Roots

I'm here to tell you about a shed.

Read on if that captured your attention. I mean, how could it not?

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"I moved to Squamish for the [ insert outdoor activity here ]." This is a sentence overheard a thousand times here in town. Whether you live in a campground, out of your car, on your friends’ couches or, for the lucky few, in an actual apartment and whether you bike, run, kite, climb, paddle or hike, we've all been on the opposite side of that introduction: “I moved to Squamish for the [insert outdoor activity here].”

How many people have replied to that sentence up with, “But what do you do when it rains?” Today the answer might sound something like, "You can drop by the co-op" (the town’s climbing gym in a garage).  Or if you're extra cool: "Ground-Up Climbing Centre will open next month and we can all live happily ever after". But what did people do before we had these options? What did they do when their outdoor plans were derailed by rain?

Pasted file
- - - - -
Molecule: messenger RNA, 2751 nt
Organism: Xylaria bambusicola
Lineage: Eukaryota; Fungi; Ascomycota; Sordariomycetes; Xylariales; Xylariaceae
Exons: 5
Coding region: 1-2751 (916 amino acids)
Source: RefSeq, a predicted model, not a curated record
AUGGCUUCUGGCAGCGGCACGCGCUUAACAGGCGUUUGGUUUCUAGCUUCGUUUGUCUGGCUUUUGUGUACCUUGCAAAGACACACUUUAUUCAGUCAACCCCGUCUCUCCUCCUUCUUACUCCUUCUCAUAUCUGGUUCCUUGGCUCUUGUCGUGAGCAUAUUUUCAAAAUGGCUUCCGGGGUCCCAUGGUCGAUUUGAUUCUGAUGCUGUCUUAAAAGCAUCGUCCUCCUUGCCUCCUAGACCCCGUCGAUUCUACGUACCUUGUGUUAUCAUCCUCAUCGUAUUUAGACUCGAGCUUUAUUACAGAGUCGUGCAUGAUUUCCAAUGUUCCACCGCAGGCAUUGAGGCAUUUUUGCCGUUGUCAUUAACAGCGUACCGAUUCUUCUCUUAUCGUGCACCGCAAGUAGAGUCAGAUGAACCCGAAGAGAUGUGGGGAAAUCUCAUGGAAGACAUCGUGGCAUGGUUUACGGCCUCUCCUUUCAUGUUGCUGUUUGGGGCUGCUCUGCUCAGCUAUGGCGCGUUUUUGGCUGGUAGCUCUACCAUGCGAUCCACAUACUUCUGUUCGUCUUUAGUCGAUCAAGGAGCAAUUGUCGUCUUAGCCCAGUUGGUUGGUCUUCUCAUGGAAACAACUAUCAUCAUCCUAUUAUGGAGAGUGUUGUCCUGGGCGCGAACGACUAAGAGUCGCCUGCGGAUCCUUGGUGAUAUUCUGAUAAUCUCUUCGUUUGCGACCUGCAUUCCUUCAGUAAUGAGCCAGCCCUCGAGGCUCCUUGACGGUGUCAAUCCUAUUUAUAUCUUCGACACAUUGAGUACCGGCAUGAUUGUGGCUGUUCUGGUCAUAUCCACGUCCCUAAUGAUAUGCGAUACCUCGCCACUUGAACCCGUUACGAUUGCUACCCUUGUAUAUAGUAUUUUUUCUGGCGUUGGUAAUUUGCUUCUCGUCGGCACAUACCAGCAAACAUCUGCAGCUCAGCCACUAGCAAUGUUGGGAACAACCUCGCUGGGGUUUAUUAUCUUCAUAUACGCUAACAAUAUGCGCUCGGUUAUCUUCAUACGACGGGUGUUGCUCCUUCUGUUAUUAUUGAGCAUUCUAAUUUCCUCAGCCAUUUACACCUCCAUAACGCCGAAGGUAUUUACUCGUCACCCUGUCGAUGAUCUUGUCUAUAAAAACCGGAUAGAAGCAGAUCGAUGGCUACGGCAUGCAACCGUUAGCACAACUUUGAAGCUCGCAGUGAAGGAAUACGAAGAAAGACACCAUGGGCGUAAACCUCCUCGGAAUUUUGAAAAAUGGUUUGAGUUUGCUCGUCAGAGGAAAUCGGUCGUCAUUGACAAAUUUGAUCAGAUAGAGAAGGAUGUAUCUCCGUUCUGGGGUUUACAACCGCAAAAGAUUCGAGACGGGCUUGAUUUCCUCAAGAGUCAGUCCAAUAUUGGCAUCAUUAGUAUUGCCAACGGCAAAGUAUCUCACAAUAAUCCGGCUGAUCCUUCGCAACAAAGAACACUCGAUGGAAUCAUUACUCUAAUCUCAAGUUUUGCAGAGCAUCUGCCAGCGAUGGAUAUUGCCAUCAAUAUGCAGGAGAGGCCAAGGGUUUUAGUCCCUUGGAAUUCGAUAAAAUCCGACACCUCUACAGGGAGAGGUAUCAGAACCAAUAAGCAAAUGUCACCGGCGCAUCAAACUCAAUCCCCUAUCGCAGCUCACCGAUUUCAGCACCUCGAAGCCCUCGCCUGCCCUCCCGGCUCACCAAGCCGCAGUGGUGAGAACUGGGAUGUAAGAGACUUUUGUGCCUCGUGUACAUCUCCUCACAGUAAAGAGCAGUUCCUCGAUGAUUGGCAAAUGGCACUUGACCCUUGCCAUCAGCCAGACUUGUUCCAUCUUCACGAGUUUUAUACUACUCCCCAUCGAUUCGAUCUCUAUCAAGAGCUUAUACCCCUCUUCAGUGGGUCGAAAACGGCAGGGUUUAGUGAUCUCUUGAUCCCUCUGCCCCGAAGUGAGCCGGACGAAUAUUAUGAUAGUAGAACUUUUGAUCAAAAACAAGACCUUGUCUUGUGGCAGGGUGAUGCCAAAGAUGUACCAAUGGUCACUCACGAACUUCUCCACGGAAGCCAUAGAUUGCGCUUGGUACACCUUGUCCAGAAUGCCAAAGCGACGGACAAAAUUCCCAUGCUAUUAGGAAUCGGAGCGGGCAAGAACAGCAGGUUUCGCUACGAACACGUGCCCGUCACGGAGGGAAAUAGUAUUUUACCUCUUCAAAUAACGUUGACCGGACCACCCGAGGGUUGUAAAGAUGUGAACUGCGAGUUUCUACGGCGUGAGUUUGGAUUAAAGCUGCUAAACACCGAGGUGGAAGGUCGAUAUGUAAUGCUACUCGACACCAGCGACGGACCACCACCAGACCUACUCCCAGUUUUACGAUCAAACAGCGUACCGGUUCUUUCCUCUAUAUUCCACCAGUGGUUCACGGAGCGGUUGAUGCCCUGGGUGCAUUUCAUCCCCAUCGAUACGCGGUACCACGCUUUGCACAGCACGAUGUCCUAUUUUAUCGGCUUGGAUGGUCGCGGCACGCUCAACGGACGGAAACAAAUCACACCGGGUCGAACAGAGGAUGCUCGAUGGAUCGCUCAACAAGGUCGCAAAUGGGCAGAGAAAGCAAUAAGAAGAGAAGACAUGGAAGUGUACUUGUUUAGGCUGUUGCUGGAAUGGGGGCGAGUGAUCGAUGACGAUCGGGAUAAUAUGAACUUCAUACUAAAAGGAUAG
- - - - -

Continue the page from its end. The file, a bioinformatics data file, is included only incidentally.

Well, they had the old hostel.

What? Yes, that was my reaction as well. I moved to Squamish in 2013, at which time the new Squastel was just a purple and green building called “The Inn on the Water” that I drove by every day. I never gave it a second thought. The shed beside “The Inn on the Water”, however, must have caught my eye 300 times. You see, as a young climber moving to Squamish in order to become the next Adam Ondra, I was in the process of building a bouldering cave and daydreaming about converting everything in sight into a climbing wall. I couldn’t help thinking that shed would be a cool climbing space.  

Cut to today, November 2015.

Here I am standing in that very shed with Dave, one of the new owners of the Squastel. Upon closer examination I was amazed to see the entire shed was covered in plywood and t-nuts. I asked Dave about it, and he recounted that back in 2003 this shed was one of Squamish's few indoor climbing spots. Over a decade ago it was people’s answer to “What do you do when it rains?” Guests were crushing woody problems in this humble shed before the words co-op and Ground Up were on anyone's radar. Who knew!

Now that's a bit of Squamish secret history we're proud of.   

Boris P.

Boris is a mostly homeless individual whose van is taking way longer to pimp out than YouTube promised. He now has a job helping restore the Squastel to its former glory of being Squamish's premier accommodation and activity hub for traveling souls and adventurers.